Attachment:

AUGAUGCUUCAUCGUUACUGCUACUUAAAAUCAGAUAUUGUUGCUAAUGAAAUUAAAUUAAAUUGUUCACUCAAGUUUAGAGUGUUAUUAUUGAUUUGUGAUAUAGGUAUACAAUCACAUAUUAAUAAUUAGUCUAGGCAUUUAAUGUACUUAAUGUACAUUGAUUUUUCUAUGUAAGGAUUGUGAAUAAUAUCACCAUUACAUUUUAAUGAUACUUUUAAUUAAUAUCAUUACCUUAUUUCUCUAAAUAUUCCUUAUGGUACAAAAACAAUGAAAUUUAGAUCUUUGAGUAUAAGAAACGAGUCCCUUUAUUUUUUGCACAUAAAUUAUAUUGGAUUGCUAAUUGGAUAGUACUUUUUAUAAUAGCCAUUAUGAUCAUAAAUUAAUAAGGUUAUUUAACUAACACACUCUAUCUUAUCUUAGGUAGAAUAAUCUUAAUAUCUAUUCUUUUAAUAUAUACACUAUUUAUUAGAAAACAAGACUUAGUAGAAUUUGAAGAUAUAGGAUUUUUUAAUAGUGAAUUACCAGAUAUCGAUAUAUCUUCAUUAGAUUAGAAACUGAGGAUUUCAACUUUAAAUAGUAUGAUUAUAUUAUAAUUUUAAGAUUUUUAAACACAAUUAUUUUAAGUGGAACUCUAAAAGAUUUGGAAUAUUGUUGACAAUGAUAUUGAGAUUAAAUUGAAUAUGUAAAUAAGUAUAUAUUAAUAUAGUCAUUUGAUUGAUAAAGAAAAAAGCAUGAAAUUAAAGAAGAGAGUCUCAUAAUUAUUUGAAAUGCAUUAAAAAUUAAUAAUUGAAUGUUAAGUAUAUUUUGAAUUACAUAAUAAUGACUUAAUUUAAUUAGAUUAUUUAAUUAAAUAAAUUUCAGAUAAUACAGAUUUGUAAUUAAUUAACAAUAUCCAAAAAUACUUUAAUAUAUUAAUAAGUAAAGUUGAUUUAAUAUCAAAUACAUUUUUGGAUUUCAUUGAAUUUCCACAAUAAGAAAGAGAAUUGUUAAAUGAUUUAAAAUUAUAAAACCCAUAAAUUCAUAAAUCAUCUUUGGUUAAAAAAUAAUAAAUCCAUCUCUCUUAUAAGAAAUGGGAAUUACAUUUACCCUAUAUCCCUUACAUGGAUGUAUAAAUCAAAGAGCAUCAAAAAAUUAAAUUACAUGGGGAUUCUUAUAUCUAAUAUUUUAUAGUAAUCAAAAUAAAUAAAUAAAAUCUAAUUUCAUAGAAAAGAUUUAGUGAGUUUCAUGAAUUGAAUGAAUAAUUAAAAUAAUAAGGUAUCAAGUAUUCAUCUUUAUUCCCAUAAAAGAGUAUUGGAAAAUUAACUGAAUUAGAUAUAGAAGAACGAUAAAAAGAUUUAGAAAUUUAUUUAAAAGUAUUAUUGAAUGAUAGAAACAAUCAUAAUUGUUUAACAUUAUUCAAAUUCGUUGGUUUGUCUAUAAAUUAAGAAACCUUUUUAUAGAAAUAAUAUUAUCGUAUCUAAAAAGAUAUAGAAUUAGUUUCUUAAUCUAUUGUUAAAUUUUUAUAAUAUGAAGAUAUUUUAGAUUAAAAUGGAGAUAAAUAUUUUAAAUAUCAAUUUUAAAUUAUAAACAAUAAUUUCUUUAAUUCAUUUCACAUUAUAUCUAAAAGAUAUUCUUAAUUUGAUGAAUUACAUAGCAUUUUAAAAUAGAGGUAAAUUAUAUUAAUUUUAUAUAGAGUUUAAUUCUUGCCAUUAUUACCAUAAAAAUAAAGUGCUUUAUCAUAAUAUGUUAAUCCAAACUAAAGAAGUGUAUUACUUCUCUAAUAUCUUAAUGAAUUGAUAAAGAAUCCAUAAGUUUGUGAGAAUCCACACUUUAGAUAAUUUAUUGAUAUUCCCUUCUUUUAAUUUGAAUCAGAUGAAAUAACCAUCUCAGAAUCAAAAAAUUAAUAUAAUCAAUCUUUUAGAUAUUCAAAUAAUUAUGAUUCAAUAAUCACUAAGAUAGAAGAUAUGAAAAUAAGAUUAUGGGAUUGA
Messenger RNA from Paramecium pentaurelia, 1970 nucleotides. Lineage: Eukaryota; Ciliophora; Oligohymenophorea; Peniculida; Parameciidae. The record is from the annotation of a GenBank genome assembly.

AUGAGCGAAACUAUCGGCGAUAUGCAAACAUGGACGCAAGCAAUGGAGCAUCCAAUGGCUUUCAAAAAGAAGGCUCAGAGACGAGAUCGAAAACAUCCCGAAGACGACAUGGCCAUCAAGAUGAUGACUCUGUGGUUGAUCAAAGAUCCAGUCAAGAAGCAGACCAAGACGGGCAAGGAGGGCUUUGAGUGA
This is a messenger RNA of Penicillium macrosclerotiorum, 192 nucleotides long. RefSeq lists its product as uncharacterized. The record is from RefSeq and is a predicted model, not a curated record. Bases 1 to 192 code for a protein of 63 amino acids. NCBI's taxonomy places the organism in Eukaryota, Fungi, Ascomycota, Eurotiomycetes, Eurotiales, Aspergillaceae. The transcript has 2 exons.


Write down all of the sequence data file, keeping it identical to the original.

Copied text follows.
AUGAUGCUUCAUCGUUACUGCUACUUAAAAUCAGAUAUUGUUGCUAAUGAAAUUAAAUUAAAUUGUUCACUCAAGUUUAGAGUGUUAUUAUUGAUUUGUGAUAUAGGUAUACAAUCACAUAUUAAUAAUUAGUCUAGGCAUUUAAUGUACUUAAUGUACAUUGAUUUUUCUAUGUAAGGAUUGUGAAUAAUAUCACCAUUACAUUUUAAUGAUACUUUUAAUUAAUAUCAUUACCUUAUUUCUCUAAAUAUUCCUUAUGGUACAAAAACAAUGAAAUUUAGAUCUUUGAGUAUAAGAAACGAGUCCCUUUAUUUUUUGCACAUAAAUUAUAUUGGAUUGCUAAUUGGAUAGUACUUUUUAUAAUAGCCAUUAUGAUCAUAAAUUAAUAAGGUUAUUUAACUAACACACUCUAUCUUAUCUUAGGUAGAAUAAUCUUAAUAUCUAUUCUUUUAAUAUAUACACUAUUUAUUAGAAAACAAGACUUAGUAGAAUUUGAAGAUAUAGGAUUUUUUAAUAGUGAAUUACCAGAUAUCGAUAUAUCUUCAUUAGAUUAGAAACUGAGGAUUUCAACUUUAAAUAGUAUGAUUAUAUUAUAAUUUUAAGAUUUUUAAACACAAUUAUUUUAAGUGGAACUCUAAAAGAUUUGGAAUAUUGUUGACAAUGAUAUUGAGAUUAAAUUGAAUAUGUAAAUAAGUAUAUAUUAAUAUAGUCAUUUGAUUGAUAAAGAAAAAAGCAUGAAAUUAAAGAAGAGAGUCUCAUAAUUAUUUGAAAUGCAUUAAAAAUUAAUAAUUGAAUGUUAAGUAUAUUUUGAAUUACAUAAUAAUGACUUAAUUUAAUUAGAUUAUUUAAUUAAAUAAAUUUCAGAUAAUACAGAUUUGUAAUUAAUUAACAAUAUCCAAAAAUACUUUAAUAUAUUAAUAAGUAAAGUUGAUUUAAUAUCAAAUACAUUUUUGGAUUUCAUUGAAUUUCCACAAUAAGAAAGAGAAUUGUUAAAUGAUUUAAAAUUAUAAAACCCAUAAAUUCAUAAAUCAUCUUUGGUUAAAAAAUAAUAAAUCCAUCUCUCUUAUAAGAAAUGGGAAUUACAUUUACCCUAUAUCCCUUACAUGGAUGUAUAAAUCAAAGAGCAUCAAAAAAUUAAAUUACAUGGGGAUUCUUAUAUCUAAUAUUUUAUAGUAAUCAAAAUAAAUAAAUAAAAUCUAAUUUCAUAGAAAAGAUUUAGUGAGUUUCAUGAAUUGAAUGAAUAAUUAAAAUAAUAAGGUAUCAAGUAUUCAUCUUUAUUCCCAUAAAAGAGUAUUGGAAAAUUAACUGAAUUAGAUAUAGAAGAACGAUAAAAAGAUUUAGAAAUUUAUUUAAAAGUAUUAUUGAAUGAUAGAAACAAUCAUAAUUGUUUAACAUUAUUCAAAUUCGUUGGUUUGUCUAUAAAUUAAGAAACCUUUUUAUAGAAAUAAUAUUAUCGUAUCUAAAAAGAUAUAGAAUUAGUUUCUUAAUCUAUUGUUAAAUUUUUAUAAUAUGAAGAUAUUUUAGAUUAAAAUGGAGAUAAAUAUUUUAAAUAUCAAUUUUAAAUUAUAAACAAUAAUUUCUUUAAUUCAUUUCACAUUAUAUCUAAAAGAUAUUCUUAAUUUGAUGAAUUACAUAGCAUUUUAAAAUAGAGGUAAAUUAUAUUAAUUUUAUAUAGAGUUUAAUUCUUGCCAUUAUUACCAUAAAAAUAAAGUGCUUUAUCAUAAUAUGUUAAUCCAAACUAAAGAAGUGUAUUACUUCUCUAAUAUCUUAAUGAAUUGAUAAAGAAUCCAUAAGUUUGUGAGAAUCCACACUUUAGAUAAUUUAUUGAUAUUCCCUUCUUUUAAUUUGAAUCAGAUGAAAUAACCAUCUCAGAAUCAAAAAAUUAAUAUAAUCAAUCUUUUAGAUAUUCAAAUAAUUAUGAUUCAAUAAUCACUAAGAUAGAAGAUAUGAAAAUAAGAUUAUGGGAUUGA
Messenger RNA from Paramecium pentaurelia, 1970 nucleotides. Lineage: Eukaryota; Ciliophora; Oligohymenophorea; Peniculida; Parameciidae. The record is from the annotation of a GenBank genome assembly.

AUGAGCGAAACUAUCGGCGAUAUGCAAACAUGGACGCAAGCAAUGGAGCAUCCAAUGGCUUUCAAAAAGAAGGCUCAGAGACGAGAUCGAAAACAUCCCGAAGACGACAUGGCCAUCAAGAUGAUGACUCUGUGGUUGAUCAAAGAUCCAGUCAAGAAGCAGACCAAGACGGGCAAGGAGGGCUUUGAGUGA
This is a messenger RNA of Penicillium macrosclerotiorum, 192 nucleotides long. RefSeq lists its product as uncharacterized. The record is from RefSeq and is a predicted model, not a curated record. Bases 1 to 192 code for a protein of 63 amino acids. NCBI's taxonomy places the organism in Eukaryota, Fungi, Ascomycota, Eurotiomycetes, Eurotiales, Aspergillaceae. The transcript has 2 exons.